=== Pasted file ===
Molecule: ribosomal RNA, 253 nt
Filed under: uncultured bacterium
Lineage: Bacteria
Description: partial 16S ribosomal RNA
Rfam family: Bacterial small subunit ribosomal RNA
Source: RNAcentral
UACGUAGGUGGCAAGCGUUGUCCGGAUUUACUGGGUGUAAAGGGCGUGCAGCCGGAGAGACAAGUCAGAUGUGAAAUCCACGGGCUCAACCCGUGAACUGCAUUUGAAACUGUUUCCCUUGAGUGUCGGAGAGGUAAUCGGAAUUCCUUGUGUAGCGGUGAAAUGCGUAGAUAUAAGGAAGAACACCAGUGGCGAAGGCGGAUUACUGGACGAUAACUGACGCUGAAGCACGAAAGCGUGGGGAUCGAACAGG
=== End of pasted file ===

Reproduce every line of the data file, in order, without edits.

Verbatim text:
Molecule: ribosomal RNA, 253 nt
Filed under: uncultured bacterium
Lineage: Bacteria
Description: partial 16S ribosomal RNA
Rfam family: Bacterial small subunit ribosomal RNA
Source: RNAcentral
UACGUAGGUGGCAAGCGUUGUCCGGAUUUACUGGGUGUAAAGGGCGUGCAGCCGGAGAGACAAGUCAGAUGUGAAAUCCACGGGCUCAACCCGUGAACUGCAUUUGAAACUGUUUCCCUUGAGUGUCGGAGAGGUAAUCGGAAUUCCUUGUGUAGCGGUGAAAUGCGUAGAUAUAAGGAAGAACACCAGUGGCGAAGGCGGAUUACUGGACGAUAACUGACGCUGAAGCACGAAAGCGUGGGGAUCGAACAGG